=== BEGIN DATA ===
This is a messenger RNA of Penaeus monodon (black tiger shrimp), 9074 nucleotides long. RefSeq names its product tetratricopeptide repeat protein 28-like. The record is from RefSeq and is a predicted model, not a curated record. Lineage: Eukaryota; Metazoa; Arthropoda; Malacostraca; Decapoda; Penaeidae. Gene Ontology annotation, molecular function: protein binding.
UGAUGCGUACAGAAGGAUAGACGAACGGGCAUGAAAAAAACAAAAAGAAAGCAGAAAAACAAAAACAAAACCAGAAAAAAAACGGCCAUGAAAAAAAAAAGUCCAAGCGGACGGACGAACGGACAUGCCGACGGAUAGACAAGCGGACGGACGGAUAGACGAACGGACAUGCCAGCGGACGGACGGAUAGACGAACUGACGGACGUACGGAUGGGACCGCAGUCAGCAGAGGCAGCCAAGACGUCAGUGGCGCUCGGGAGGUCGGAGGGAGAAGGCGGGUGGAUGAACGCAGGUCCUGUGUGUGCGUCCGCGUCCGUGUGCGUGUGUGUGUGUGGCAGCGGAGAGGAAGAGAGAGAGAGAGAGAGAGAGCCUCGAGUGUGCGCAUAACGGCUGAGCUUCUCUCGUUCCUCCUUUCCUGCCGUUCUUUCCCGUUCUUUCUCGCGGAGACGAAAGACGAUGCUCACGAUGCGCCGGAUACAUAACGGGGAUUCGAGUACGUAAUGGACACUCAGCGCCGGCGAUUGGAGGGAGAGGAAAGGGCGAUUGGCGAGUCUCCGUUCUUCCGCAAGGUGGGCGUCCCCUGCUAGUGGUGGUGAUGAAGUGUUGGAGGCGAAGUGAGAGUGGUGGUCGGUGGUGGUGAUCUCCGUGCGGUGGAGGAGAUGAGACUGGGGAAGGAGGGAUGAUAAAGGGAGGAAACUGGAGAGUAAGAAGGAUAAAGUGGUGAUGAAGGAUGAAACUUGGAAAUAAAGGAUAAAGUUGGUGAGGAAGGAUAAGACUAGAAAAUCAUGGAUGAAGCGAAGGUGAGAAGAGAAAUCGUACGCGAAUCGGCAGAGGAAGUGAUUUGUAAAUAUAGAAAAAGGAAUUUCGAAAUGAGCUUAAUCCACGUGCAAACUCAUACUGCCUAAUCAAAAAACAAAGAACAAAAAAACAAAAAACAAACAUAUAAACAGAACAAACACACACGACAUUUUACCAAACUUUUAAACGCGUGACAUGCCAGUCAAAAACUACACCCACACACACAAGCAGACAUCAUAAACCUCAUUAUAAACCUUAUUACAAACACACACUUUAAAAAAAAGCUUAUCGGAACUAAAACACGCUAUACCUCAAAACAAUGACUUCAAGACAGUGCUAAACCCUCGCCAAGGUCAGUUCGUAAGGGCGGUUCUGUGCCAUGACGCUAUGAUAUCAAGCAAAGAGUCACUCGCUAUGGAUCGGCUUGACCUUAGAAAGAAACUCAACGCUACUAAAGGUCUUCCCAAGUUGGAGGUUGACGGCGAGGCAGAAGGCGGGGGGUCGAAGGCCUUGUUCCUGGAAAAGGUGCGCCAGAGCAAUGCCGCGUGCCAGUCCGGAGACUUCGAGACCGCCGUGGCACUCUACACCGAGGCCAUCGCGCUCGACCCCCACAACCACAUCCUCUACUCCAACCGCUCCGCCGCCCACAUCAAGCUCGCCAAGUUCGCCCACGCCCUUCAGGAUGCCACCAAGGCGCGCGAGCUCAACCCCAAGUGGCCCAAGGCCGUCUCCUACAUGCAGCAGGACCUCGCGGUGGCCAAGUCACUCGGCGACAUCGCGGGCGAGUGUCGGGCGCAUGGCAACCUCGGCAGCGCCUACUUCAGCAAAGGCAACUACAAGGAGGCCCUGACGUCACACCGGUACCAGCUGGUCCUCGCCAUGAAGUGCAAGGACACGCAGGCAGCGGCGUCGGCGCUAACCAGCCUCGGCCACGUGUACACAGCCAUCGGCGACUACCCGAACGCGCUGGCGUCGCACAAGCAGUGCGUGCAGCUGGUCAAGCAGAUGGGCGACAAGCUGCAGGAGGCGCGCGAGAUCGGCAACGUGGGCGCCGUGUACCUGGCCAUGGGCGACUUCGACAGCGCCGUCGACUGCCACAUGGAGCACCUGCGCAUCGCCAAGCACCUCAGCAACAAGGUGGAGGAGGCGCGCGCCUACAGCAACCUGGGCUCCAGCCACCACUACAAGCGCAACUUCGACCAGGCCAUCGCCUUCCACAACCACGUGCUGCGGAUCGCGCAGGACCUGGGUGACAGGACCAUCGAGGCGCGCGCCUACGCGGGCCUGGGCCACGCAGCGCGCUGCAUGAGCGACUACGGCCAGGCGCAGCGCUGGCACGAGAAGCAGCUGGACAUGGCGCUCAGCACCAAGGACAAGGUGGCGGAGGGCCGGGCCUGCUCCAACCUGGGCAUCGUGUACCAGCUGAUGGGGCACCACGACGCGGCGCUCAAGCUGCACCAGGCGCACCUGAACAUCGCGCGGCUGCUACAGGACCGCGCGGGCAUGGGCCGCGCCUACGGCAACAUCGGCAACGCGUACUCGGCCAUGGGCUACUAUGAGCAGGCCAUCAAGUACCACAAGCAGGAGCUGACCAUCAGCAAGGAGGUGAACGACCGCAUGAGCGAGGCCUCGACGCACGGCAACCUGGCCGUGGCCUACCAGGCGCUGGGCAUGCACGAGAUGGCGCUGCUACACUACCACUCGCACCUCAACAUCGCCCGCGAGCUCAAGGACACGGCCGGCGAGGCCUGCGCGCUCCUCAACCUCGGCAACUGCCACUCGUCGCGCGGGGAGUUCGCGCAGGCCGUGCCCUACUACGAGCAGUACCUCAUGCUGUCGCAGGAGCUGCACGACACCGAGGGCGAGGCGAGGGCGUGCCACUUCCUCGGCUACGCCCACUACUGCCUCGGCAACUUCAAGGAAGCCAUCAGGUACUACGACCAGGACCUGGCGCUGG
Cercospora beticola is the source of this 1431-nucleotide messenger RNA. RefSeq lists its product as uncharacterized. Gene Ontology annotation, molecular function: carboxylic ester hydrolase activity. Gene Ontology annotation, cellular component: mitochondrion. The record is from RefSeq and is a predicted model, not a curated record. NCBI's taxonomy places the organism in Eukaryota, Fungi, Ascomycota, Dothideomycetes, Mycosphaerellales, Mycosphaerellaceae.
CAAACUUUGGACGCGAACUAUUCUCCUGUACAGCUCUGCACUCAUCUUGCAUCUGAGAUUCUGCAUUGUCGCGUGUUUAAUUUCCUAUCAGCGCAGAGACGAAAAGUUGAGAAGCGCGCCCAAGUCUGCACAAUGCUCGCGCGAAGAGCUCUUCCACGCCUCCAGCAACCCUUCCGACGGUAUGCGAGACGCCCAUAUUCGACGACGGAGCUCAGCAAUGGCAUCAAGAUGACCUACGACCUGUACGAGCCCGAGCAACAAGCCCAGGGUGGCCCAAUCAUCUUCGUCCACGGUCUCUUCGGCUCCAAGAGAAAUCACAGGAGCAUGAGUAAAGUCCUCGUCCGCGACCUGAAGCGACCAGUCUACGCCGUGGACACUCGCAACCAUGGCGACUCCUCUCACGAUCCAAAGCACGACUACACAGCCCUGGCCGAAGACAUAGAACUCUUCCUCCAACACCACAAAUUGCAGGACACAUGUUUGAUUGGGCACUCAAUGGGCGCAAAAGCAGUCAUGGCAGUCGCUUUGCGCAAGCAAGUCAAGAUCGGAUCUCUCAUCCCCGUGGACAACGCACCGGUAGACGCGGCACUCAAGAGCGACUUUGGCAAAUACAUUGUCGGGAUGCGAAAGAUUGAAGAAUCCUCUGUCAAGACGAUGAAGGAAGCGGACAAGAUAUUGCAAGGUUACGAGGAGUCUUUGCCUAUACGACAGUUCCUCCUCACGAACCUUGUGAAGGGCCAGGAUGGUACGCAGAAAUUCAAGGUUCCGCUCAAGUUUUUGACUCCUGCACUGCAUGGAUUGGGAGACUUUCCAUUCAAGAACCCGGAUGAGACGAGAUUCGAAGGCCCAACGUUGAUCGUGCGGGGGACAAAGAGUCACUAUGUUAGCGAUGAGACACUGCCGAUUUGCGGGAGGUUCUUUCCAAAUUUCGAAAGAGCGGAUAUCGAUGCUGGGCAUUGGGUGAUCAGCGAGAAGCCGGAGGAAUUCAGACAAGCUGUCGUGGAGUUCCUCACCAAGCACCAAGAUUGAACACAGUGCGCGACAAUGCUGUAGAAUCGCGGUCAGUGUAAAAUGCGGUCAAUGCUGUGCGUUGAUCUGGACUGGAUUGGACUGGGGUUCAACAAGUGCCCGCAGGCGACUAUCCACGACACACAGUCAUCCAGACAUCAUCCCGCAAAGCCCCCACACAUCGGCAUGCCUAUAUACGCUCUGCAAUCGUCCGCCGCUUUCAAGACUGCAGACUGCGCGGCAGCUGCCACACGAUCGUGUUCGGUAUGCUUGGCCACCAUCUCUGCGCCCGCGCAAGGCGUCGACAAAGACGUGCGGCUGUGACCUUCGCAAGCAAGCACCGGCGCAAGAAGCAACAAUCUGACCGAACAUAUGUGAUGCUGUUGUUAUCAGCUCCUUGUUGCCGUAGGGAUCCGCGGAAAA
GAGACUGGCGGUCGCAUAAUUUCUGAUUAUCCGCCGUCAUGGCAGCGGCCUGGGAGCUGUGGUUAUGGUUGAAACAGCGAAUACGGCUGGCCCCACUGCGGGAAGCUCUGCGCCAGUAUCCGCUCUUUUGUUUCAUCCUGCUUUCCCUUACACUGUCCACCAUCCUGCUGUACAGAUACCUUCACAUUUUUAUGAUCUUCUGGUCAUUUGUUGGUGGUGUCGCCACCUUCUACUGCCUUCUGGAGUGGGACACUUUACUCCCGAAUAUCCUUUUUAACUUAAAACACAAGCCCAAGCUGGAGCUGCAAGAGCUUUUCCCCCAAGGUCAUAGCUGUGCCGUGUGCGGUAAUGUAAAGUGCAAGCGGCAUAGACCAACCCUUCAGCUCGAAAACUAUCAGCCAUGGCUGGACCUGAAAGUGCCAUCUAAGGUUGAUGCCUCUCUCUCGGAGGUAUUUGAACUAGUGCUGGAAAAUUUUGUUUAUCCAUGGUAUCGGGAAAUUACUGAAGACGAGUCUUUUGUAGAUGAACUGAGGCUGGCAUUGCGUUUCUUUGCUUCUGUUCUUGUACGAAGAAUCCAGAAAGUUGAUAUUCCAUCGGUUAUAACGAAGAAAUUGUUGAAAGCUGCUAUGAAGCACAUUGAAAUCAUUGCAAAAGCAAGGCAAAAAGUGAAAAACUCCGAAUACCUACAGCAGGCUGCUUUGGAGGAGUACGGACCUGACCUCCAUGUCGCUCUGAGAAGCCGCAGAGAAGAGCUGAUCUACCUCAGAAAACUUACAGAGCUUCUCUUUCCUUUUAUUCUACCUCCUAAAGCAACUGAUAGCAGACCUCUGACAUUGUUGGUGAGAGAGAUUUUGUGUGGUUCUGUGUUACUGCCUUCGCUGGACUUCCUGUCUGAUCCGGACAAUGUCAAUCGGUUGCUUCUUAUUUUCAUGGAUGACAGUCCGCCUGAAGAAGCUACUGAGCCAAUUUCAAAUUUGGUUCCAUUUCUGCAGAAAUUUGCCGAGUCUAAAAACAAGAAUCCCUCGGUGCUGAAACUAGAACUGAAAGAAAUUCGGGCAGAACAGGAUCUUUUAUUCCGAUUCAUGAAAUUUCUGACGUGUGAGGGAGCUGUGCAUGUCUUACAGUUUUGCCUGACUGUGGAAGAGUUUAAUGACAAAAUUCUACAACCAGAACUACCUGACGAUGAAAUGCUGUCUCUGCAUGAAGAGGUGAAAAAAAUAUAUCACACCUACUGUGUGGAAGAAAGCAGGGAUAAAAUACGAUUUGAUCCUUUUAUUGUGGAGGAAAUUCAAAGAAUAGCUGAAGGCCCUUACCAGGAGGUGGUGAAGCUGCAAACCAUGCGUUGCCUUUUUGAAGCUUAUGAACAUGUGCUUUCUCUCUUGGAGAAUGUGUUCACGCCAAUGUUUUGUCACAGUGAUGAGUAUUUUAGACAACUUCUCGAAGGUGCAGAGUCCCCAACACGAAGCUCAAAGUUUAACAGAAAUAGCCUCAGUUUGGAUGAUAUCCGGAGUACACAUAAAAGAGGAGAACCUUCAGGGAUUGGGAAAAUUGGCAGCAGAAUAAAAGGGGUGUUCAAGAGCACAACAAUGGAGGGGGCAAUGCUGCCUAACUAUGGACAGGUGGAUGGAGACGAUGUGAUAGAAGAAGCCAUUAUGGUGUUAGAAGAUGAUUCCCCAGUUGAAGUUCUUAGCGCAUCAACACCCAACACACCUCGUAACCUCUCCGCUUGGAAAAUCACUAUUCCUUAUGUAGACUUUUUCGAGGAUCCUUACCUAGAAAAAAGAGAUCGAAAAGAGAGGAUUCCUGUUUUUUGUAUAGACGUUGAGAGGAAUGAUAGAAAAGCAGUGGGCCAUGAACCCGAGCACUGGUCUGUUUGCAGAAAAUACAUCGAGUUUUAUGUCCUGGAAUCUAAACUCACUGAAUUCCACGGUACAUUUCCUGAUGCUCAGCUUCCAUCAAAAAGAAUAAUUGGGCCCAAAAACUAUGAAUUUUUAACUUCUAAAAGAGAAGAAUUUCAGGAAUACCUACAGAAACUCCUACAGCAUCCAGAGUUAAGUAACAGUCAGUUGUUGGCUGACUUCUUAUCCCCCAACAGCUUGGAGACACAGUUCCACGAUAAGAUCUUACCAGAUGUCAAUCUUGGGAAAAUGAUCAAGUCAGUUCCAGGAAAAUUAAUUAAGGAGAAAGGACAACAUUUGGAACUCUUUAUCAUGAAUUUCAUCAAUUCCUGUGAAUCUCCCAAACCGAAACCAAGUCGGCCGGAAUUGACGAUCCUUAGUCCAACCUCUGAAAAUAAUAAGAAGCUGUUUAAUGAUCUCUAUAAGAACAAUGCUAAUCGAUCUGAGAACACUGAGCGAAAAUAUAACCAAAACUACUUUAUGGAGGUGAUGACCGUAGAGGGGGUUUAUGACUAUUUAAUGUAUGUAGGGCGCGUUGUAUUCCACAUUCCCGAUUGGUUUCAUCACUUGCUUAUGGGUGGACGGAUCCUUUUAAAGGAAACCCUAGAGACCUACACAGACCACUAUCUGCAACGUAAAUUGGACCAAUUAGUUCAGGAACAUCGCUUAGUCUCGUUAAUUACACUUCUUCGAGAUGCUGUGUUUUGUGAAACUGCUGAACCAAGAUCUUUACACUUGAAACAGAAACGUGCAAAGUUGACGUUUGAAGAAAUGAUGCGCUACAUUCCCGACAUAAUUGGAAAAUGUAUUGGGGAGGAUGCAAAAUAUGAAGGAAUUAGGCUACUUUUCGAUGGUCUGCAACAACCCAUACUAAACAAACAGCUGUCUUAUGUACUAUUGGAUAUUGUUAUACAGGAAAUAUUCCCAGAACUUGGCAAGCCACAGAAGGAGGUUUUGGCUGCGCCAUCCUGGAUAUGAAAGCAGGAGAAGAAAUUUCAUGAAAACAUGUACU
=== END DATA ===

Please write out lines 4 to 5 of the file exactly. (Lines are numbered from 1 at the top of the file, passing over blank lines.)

CAAACUUUGGACGCGAACUAUUCUCCUGUACAGCUCUGCACUCAUCUUGCAUCUGAGAUUCUGCAUUGUCGCGUGUUUAAUUUCCUAUCAGCGCAGAGACGAAAAGUUGAGAAGCGCGCCCAAGUCUGCACAAUGCUCGCGCGAAGAGCUCUUCCACGCCUCCAGCAACCCUUCCGACGGUAUGCGAGACGCCCAUAUUCGACGACGGAGCUCAGCAAUGGCAUCAAGAUGACCUACGACCUGUACGAGCCCGAGCAACAAGCCCAGGGUGGCCCAAUCAUCUUCGUCCACGGUCUCUUCGGCUCCAAGAGAAAUCACAGGAGCAUGAGUAAAGUCCUCGUCCGCGACCUGAAGCGACCAGUCUACGCCGUGGACACUCGCAACCAUGGCGACUCCUCUCACGAUCCAAAGCACGACUACACAGCCCUGGCCGAAGACAUAGAACUCUUCCUCCAACACCACAAAUUGCAGGACACAUGUUUGAUUGGGCACUCAAUGGGCGCAAAAGCAGUCAUGGCAGUCGCUUUGCGCAAGCAAGUCAAGAUCGGAUCUCUCAUCCCCGUGGACAACGCACCGGUAGACGCGGCACUCAAGAGCGACUUUGGCAAAUACAUUGUCGGGAUGCGAAAGAUUGAAGAAUCCUCUGUCAAGACGAUGAAGGAAGCGGACAAGAUAUUGCAAGGUUACGAGGAGUCUUUGCCUAUACGACAGUUCCUCCUCACGAACCUUGUGAAGGGCCAGGAUGGUACGCAGAAAUUCAAGGUUCCGCUCAAGUUUUUGACUCCUGCACUGCAUGGAUUGGGAGACUUUCCAUUCAAGAACCCGGAUGAGACGAGAUUCGAAGGCCCAACGUUGAUCGUGCGGGGGACAAAGAGUCACUAUGUUAGCGAUGAGACACUGCCGAUUUGCGGGAGGUUCUUUCCAAAUUUCGAAAGAGCGGAUAUCGAUGCUGGGCAUUGGGUGAUCAGCGAGAAGCCGGAGGAAUUCAGACAAGCUGUCGUGGAGUUCCUCACCAAGCACCAAGAUUGAACACAGUGCGCGACAAUGCUGUAGAAUCGCGGUCAGUGUAAAAUGCGGUCAAUGCUGUGCGUUGAUCUGGACUGGAUUGGACUGGGGUUCAACAAGUGCCCGCAGGCGACUAUCCACGACACACAGUCAUCCAGACAUCAUCCCGCAAAGCCCCCACACAUCGGCAUGCCUAUAUACGCUCUGCAAUCGUCCGCCGCUUUCAAGACUGCAGACUGCGCGGCAGCUGCCACACGAUCGUGUUCGGUAUGCUUGGCCACCAUCUCUGCGCCCGCGCAAGGCGUCGACAAAGACGUGCGGCUGUGACCUUCGCAAGCAAGCACCGGCGCAAGAAGCAACAAUCUGACCGAACAUAUGUGAUGCUGUUGUUAUCAGCUCCUUGUUGCCGUAGGGAUCCGCGGAAAA
GAGACUGGCGGUCGCAUAAUUUCUGAUUAUCCGCCGUCAUGGCAGCGGCCUGGGAGCUGUGGUUAUGGUUGAAACAGCGAAUACGGCUGGCCCCACUGCGGGAAGCUCUGCGCCAGUAUCCGCUCUUUUGUUUCAUCCUGCUUUCCCUUACACUGUCCACCAUCCUGCUGUACAGAUACCUUCACAUUUUUAUGAUCUUCUGGUCAUUUGUUGGUGGUGUCGCCACCUUCUACUGCCUUCUGGAGUGGGACACUUUACUCCCGAAUAUCCUUUUUAACUUAAAACACAAGCCCAAGCUGGAGCUGCAAGAGCUUUUCCCCCAAGGUCAUAGCUGUGCCGUGUGCGGUAAUGUAAAGUGCAAGCGGCAUAGACCAACCCUUCAGCUCGAAAACUAUCAGCCAUGGCUGGACCUGAAAGUGCCAUCUAAGGUUGAUGCCUCUCUCUCGGAGGUAUUUGAACUAGUGCUGGAAAAUUUUGUUUAUCCAUGGUAUCGGGAAAUUACUGAAGACGAGUCUUUUGUAGAUGAACUGAGGCUGGCAUUGCGUUUCUUUGCUUCUGUUCUUGUACGAAGAAUCCAGAAAGUUGAUAUUCCAUCGGUUAUAACGAAGAAAUUGUUGAAAGCUGCUAUGAAGCACAUUGAAAUCAUUGCAAAAGCAAGGCAAAAAGUGAAAAACUCCGAAUACCUACAGCAGGCUGCUUUGGAGGAGUACGGACCUGACCUCCAUGUCGCUCUGAGAAGCCGCAGAGAAGAGCUGAUCUACCUCAGAAAACUUACAGAGCUUCUCUUUCCUUUUAUUCUACCUCCUAAAGCAACUGAUAGCAGACCUCUGACAUUGUUGGUGAGAGAGAUUUUGUGUGGUUCUGUGUUACUGCCUUCGCUGGACUUCCUGUCUGAUCCGGACAAUGUCAAUCGGUUGCUUCUUAUUUUCAUGGAUGACAGUCCGCCUGAAGAAGCUACUGAGCCAAUUUCAAAUUUGGUUCCAUUUCUGCAGAAAUUUGCCGAGUCUAAAAACAAGAAUCCCUCGGUGCUGAAACUAGAACUGAAAGAAAUUCGGGCAGAACAGGAUCUUUUAUUCCGAUUCAUGAAAUUUCUGACGUGUGAGGGAGCUGUGCAUGUCUUACAGUUUUGCCUGACUGUGGAAGAGUUUAAUGACAAAAUUCUACAACCAGAACUACCUGACGAUGAAAUGCUGUCUCUGCAUGAAGAGGUGAAAAAAAUAUAUCACACCUACUGUGUGGAAGAAAGCAGGGAUAAAAUACGAUUUGAUCCUUUUAUUGUGGAGGAAAUUCAAAGAAUAGCUGAAGGCCCUUACCAGGAGGUGGUGAAGCUGCAAACCAUGCGUUGCCUUUUUGAAGCUUAUGAACAUGUGCUUUCUCUCUUGGAGAAUGUGUUCACGCCAAUGUUUUGUCACAGUGAUGAGUAUUUUAGACAACUUCUCGAAGGUGCAGAGUCCCCAACACGAAGCUCAAAGUUUAACAGAAAUAGCCUCAGUUUGGAUGAUAUCCGGAGUACACAUAAAAGAGGAGAACCUUCAGGGAUUGGGAAAAUUGGCAGCAGAAUAAAAGGGGUGUUCAAGAGCACAACAAUGGAGGGGGCAAUGCUGCCUAACUAUGGACAGGUGGAUGGAGACGAUGUGAUAGAAGAAGCCAUUAUGGUGUUAGAAGAUGAUUCCCCAGUUGAAGUUCUUAGCGCAUCAACACCCAACACACCUCGUAACCUCUCCGCUUGGAAAAUCACUAUUCCUUAUGUAGACUUUUUCGAGGAUCCUUACCUAGAAAAAAGAGAUCGAAAAGAGAGGAUUCCUGUUUUUUGUAUAGACGUUGAGAGGAAUGAUAGAAAAGCAGUGGGCCAUGAACCCGAGCACUGGUCUGUUUGCAGAAAAUACAUCGAGUUUUAUGUCCUGGAAUCUAAACUCACUGAAUUCCACGGUACAUUUCCUGAUGCUCAGCUUCCAUCAAAAAGAAUAAUUGGGCCCAAAAACUAUGAAUUUUUAACUUCUAAAAGAGAAGAAUUUCAGGAAUACCUACAGAAACUCCUACAGCAUCCAGAGUUAAGUAACAGUCAGUUGUUGGCUGACUUCUUAUCCCCCAACAGCUUGGAGACACAGUUCCACGAUAAGAUCUUACCAGAUGUCAAUCUUGGGAAAAUGAUCAAGUCAGUUCCAGGAAAAUUAAUUAAGGAGAAAGGACAACAUUUGGAACUCUUUAUCAUGAAUUUCAUCAAUUCCUGUGAAUCUCCCAAACCGAAACCAAGUCGGCCGGAAUUGACGAUCCUUAGUCCAACCUCUGAAAAUAAUAAGAAGCUGUUUAAUGAUCUCUAUAAGAACAAUGCUAAUCGAUCUGAGAACACUGAGCGAAAAUAUAACCAAAACUACUUUAUGGAGGUGAUGACCGUAGAGGGGGUUUAUGACUAUUUAAUGUAUGUAGGGCGCGUUGUAUUCCACAUUCCCGAUUGGUUUCAUCACUUGCUUAUGGGUGGACGGAUCCUUUUAAAGGAAACCCUAGAGACCUACACAGACCACUAUCUGCAACGUAAAUUGGACCAAUUAGUUCAGGAACAUCGCUUAGUCUCGUUAAUUACACUUCUUCGAGAUGCUGUGUUUUGUGAAACUGCUGAACCAAGAUCUUUACACUUGAAACAGAAACGUGCAAAGUUGACGUUUGAAGAAAUGAUGCGCUACAUUCCCGACAUAAUUGGAAAAUGUAUUGGGGAGGAUGCAAAAUAUGAAGGAAUUAGGCUACUUUUCGAUGGUCUGCAACAACCCAUACUAAACAAACAGCUGUCUUAUGUACUAUUGGAUAUUGUUAUACAGGAAAUAUUCCCAGAACUUGGCAAGCCACAGAAGGAGGUUUUGGCUGCGCCAUCCUGGAUAUGAAAGCAGGAGAAGAAAUUUCAUGAAAACAUGUACU